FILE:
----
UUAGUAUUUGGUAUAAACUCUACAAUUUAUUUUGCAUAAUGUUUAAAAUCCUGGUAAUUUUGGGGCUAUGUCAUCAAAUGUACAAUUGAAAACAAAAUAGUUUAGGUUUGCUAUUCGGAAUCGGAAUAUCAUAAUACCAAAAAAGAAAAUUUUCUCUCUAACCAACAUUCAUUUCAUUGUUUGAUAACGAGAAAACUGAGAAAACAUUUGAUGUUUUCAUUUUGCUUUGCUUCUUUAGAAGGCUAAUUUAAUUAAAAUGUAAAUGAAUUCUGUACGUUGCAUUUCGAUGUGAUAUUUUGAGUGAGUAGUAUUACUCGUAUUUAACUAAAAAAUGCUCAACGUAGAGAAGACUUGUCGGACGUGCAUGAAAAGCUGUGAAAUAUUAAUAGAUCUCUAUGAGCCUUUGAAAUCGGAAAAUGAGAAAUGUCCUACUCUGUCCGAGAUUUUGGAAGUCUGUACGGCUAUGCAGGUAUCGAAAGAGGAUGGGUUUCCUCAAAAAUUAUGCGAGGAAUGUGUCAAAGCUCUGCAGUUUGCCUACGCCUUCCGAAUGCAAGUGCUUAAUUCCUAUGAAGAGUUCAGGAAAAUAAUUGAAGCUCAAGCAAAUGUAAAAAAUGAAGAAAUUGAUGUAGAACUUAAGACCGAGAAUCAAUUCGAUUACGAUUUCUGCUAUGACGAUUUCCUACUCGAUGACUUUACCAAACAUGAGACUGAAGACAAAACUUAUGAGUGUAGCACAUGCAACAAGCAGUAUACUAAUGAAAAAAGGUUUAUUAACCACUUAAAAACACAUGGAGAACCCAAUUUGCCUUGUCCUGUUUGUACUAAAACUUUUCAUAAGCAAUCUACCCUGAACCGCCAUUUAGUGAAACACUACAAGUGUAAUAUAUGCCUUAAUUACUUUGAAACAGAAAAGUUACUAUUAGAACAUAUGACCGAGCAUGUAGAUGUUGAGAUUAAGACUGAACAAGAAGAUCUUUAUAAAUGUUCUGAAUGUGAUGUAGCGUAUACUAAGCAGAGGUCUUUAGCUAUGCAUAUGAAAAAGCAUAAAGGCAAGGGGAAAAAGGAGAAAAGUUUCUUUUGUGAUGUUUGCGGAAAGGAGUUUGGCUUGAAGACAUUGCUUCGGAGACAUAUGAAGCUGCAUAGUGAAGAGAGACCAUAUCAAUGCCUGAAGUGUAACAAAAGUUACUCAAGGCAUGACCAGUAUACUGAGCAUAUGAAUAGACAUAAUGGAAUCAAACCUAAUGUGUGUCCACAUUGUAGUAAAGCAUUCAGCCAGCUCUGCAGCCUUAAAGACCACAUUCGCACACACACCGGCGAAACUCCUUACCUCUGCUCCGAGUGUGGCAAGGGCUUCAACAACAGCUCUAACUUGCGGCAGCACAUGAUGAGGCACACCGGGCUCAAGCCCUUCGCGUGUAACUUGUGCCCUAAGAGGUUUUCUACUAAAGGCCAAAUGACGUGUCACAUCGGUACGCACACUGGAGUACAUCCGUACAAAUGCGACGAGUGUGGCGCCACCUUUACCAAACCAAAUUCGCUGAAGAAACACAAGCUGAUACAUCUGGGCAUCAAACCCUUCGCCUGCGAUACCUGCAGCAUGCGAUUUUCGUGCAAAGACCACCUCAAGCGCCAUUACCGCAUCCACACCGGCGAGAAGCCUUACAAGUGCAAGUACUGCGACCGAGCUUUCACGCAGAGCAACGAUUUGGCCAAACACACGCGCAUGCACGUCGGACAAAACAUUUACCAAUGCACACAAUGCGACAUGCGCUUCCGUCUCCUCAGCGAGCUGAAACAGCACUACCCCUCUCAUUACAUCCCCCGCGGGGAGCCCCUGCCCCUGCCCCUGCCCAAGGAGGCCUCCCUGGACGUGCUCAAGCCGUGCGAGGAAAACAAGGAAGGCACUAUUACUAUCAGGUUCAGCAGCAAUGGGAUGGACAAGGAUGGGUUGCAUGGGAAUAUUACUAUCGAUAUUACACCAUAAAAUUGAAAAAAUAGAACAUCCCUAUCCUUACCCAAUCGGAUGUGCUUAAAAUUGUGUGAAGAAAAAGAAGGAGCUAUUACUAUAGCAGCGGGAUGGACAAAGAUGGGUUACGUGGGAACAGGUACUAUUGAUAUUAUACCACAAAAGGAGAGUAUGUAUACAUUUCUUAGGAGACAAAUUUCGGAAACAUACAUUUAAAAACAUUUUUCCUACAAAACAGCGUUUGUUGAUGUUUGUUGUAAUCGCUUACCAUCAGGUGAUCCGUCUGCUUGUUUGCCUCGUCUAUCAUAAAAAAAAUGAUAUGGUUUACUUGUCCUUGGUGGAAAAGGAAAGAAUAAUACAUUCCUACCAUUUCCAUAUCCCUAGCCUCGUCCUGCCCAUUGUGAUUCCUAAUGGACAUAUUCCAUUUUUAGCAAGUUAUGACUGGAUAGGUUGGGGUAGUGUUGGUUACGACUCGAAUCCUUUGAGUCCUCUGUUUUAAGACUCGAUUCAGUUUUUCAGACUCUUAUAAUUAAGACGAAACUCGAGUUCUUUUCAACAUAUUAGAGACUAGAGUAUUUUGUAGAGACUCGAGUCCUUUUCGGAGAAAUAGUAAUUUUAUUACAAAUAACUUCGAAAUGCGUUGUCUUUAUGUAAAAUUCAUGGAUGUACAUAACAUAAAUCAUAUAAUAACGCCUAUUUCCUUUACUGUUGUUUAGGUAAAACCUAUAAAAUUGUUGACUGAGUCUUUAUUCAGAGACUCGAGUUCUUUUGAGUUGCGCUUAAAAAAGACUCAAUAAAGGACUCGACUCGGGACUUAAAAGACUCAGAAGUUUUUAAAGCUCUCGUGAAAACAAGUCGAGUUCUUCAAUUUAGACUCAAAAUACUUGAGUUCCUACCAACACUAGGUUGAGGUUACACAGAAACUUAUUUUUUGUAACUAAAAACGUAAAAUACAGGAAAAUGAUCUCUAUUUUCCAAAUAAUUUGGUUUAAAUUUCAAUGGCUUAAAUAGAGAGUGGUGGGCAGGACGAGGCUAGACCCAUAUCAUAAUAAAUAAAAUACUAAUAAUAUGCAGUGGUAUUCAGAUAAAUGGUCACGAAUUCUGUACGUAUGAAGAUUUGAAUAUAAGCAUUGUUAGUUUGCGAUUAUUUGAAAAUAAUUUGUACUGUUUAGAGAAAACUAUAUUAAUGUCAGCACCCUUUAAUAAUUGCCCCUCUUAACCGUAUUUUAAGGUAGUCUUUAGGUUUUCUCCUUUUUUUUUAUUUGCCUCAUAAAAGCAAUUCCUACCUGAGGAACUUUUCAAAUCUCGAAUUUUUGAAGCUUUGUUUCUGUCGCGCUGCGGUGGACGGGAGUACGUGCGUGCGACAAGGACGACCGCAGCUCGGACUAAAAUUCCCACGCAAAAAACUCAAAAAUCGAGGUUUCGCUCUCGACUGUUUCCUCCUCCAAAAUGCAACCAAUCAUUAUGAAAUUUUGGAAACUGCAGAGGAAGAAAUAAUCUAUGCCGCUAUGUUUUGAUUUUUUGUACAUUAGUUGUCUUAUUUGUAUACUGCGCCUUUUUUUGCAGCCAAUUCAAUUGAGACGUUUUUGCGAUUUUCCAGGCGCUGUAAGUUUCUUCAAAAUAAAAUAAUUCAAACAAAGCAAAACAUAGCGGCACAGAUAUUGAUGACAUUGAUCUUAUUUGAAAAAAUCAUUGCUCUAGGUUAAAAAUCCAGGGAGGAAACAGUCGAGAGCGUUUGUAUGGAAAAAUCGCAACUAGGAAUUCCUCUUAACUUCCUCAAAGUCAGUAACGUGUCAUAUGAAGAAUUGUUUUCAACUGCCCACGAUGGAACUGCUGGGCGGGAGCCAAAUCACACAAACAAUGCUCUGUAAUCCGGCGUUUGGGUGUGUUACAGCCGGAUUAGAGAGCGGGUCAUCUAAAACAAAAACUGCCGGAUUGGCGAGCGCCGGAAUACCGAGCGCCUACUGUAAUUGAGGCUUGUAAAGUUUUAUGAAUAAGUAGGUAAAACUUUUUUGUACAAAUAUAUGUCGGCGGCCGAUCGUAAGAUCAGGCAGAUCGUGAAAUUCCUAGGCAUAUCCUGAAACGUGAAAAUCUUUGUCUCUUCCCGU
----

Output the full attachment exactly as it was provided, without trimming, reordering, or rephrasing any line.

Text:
UUAGUAUUUGGUAUAAACUCUACAAUUUAUUUUGCAUAAUGUUUAAAAUCCUGGUAAUUUUGGGGCUAUGUCAUCAAAUGUACAAUUGAAAACAAAAUAGUUUAGGUUUGCUAUUCGGAAUCGGAAUAUCAUAAUACCAAAAAAGAAAAUUUUCUCUCUAACCAACAUUCAUUUCAUUGUUUGAUAACGAGAAAACUGAGAAAACAUUUGAUGUUUUCAUUUUGCUUUGCUUCUUUAGAAGGCUAAUUUAAUUAAAAUGUAAAUGAAUUCUGUACGUUGCAUUUCGAUGUGAUAUUUUGAGUGAGUAGUAUUACUCGUAUUUAACUAAAAAAUGCUCAACGUAGAGAAGACUUGUCGGACGUGCAUGAAAAGCUGUGAAAUAUUAAUAGAUCUCUAUGAGCCUUUGAAAUCGGAAAAUGAGAAAUGUCCUACUCUGUCCGAGAUUUUGGAAGUCUGUACGGCUAUGCAGGUAUCGAAAGAGGAUGGGUUUCCUCAAAAAUUAUGCGAGGAAUGUGUCAAAGCUCUGCAGUUUGCCUACGCCUUCCGAAUGCAAGUGCUUAAUUCCUAUGAAGAGUUCAGGAAAAUAAUUGAAGCUCAAGCAAAUGUAAAAAAUGAAGAAAUUGAUGUAGAACUUAAGACCGAGAAUCAAUUCGAUUACGAUUUCUGCUAUGACGAUUUCCUACUCGAUGACUUUACCAAACAUGAGACUGAAGACAAAACUUAUGAGUGUAGCACAUGCAACAAGCAGUAUACUAAUGAAAAAAGGUUUAUUAACCACUUAAAAACACAUGGAGAACCCAAUUUGCCUUGUCCUGUUUGUACUAAAACUUUUCAUAAGCAAUCUACCCUGAACCGCCAUUUAGUGAAACACUACAAGUGUAAUAUAUGCCUUAAUUACUUUGAAACAGAAAAGUUACUAUUAGAACAUAUGACCGAGCAUGUAGAUGUUGAGAUUAAGACUGAACAAGAAGAUCUUUAUAAAUGUUCUGAAUGUGAUGUAGCGUAUACUAAGCAGAGGUCUUUAGCUAUGCAUAUGAAAAAGCAUAAAGGCAAGGGGAAAAAGGAGAAAAGUUUCUUUUGUGAUGUUUGCGGAAAGGAGUUUGGCUUGAAGACAUUGCUUCGGAGACAUAUGAAGCUGCAUAGUGAAGAGAGACCAUAUCAAUGCCUGAAGUGUAACAAAAGUUACUCAAGGCAUGACCAGUAUACUGAGCAUAUGAAUAGACAUAAUGGAAUCAAACCUAAUGUGUGUCCACAUUGUAGUAAAGCAUUCAGCCAGCUCUGCAGCCUUAAAGACCACAUUCGCACACACACCGGCGAAACUCCUUACCUCUGCUCCGAGUGUGGCAAGGGCUUCAACAACAGCUCUAACUUGCGGCAGCACAUGAUGAGGCACACCGGGCUCAAGCCCUUCGCGUGUAACUUGUGCCCUAAGAGGUUUUCUACUAAAGGCCAAAUGACGUGUCACAUCGGUACGCACACUGGAGUACAUCCGUACAAAUGCGACGAGUGUGGCGCCACCUUUACCAAACCAAAUUCGCUGAAGAAACACAAGCUGAUACAUCUGGGCAUCAAACCCUUCGCCUGCGAUACCUGCAGCAUGCGAUUUUCGUGCAAAGACCACCUCAAGCGCCAUUACCGCAUCCACACCGGCGAGAAGCCUUACAAGUGCAAGUACUGCGACCGAGCUUUCACGCAGAGCAACGAUUUGGCCAAACACACGCGCAUGCACGUCGGACAAAACAUUUACCAAUGCACACAAUGCGACAUGCGCUUCCGUCUCCUCAGCGAGCUGAAACAGCACUACCCCUCUCAUUACAUCCCCCGCGGGGAGCCCCUGCCCCUGCCCCUGCCCAAGGAGGCCUCCCUGGACGUGCUCAAGCCGUGCGAGGAAAACAAGGAAGGCACUAUUACUAUCAGGUUCAGCAGCAAUGGGAUGGACAAGGAUGGGUUGCAUGGGAAUAUUACUAUCGAUAUUACACCAUAAAAUUGAAAAAAUAGAACAUCCCUAUCCUUACCCAAUCGGAUGUGCUUAAAAUUGUGUGAAGAAAAAGAAGGAGCUAUUACUAUAGCAGCGGGAUGGACAAAGAUGGGUUACGUGGGAACAGGUACUAUUGAUAUUAUACCACAAAAGGAGAGUAUGUAUACAUUUCUUAGGAGACAAAUUUCGGAAACAUACAUUUAAAAACAUUUUUCCUACAAAACAGCGUUUGUUGAUGUUUGUUGUAAUCGCUUACCAUCAGGUGAUCCGUCUGCUUGUUUGCCUCGUCUAUCAUAAAAAAAAUGAUAUGGUUUACUUGUCCUUGGUGGAAAAGGAAAGAAUAAUACAUUCCUACCAUUUCCAUAUCCCUAGCCUCGUCCUGCCCAUUGUGAUUCCUAAUGGACAUAUUCCAUUUUUAGCAAGUUAUGACUGGAUAGGUUGGGGUAGUGUUGGUUACGACUCGAAUCCUUUGAGUCCUCUGUUUUAAGACUCGAUUCAGUUUUUCAGACUCUUAUAAUUAAGACGAAACUCGAGUUCUUUUCAACAUAUUAGAGACUAGAGUAUUUUGUAGAGACUCGAGUCCUUUUCGGAGAAAUAGUAAUUUUAUUACAAAUAACUUCGAAAUGCGUUGUCUUUAUGUAAAAUUCAUGGAUGUACAUAACAUAAAUCAUAUAAUAACGCCUAUUUCCUUUACUGUUGUUUAGGUAAAACCUAUAAAAUUGUUGACUGAGUCUUUAUUCAGAGACUCGAGUUCUUUUGAGUUGCGCUUAAAAAAGACUCAAUAAAGGACUCGACUCGGGACUUAAAAGACUCAGAAGUUUUUAAAGCUCUCGUGAAAACAAGUCGAGUUCUUCAAUUUAGACUCAAAAUACUUGAGUUCCUACCAACACUAGGUUGAGGUUACACAGAAACUUAUUUUUUGUAACUAAAAACGUAAAAUACAGGAAAAUGAUCUCUAUUUUCCAAAUAAUUUGGUUUAAAUUUCAAUGGCUUAAAUAGAGAGUGGUGGGCAGGACGAGGCUAGACCCAUAUCAUAAUAAAUAAAAUACUAAUAAUAUGCAGUGGUAUUCAGAUAAAUGGUCACGAAUUCUGUACGUAUGAAGAUUUGAAUAUAAGCAUUGUUAGUUUGCGAUUAUUUGAAAAUAAUUUGUACUGUUUAGAGAAAACUAUAUUAAUGUCAGCACCCUUUAAUAAUUGCCCCUCUUAACCGUAUUUUAAGGUAGUCUUUAGGUUUUCUCCUUUUUUUUUAUUUGCCUCAUAAAAGCAAUUCCUACCUGAGGAACUUUUCAAAUCUCGAAUUUUUGAAGCUUUGUUUCUGUCGCGCUGCGGUGGACGGGAGUACGUGCGUGCGACAAGGACGACCGCAGCUCGGACUAAAAUUCCCACGCAAAAAACUCAAAAAUCGAGGUUUCGCUCUCGACUGUUUCCUCCUCCAAAAUGCAACCAAUCAUUAUGAAAUUUUGGAAACUGCAGAGGAAGAAAUAAUCUAUGCCGCUAUGUUUUGAUUUUUUGUACAUUAGUUGUCUUAUUUGUAUACUGCGCCUUUUUUUGCAGCCAAUUCAAUUGAGACGUUUUUGCGAUUUUCCAGGCGCUGUAAGUUUCUUCAAAAUAAAAUAAUUCAAACAAAGCAAAACAUAGCGGCACAGAUAUUGAUGACAUUGAUCUUAUUUGAAAAAAUCAUUGCUCUAGGUUAAAAAUCCAGGGAGGAAACAGUCGAGAGCGUUUGUAUGGAAAAAUCGCAACUAGGAAUUCCUCUUAACUUCCUCAAAGUCAGUAACGUGUCAUAUGAAGAAUUGUUUUCAACUGCCCACGAUGGAACUGCUGGGCGGGAGCCAAAUCACACAAACAAUGCUCUGUAAUCCGGCGUUUGGGUGUGUUACAGCCGGAUUAGAGAGCGGGUCAUCUAAAACAAAAACUGCCGGAUUGGCGAGCGCCGGAAUACCGAGCGCCUACUGUAAUUGAGGCUUGUAAAGUUUUAUGAAUAAGUAGGUAAAACUUUUUUGUACAAAUAUAUGUCGGCGGCCGAUCGUAAGAUCAGGCAGAUCGUGAAAUUCCUAGGCAUAUCCUGAAACGUGAAAAUCUUUGUCUCUUCCCGU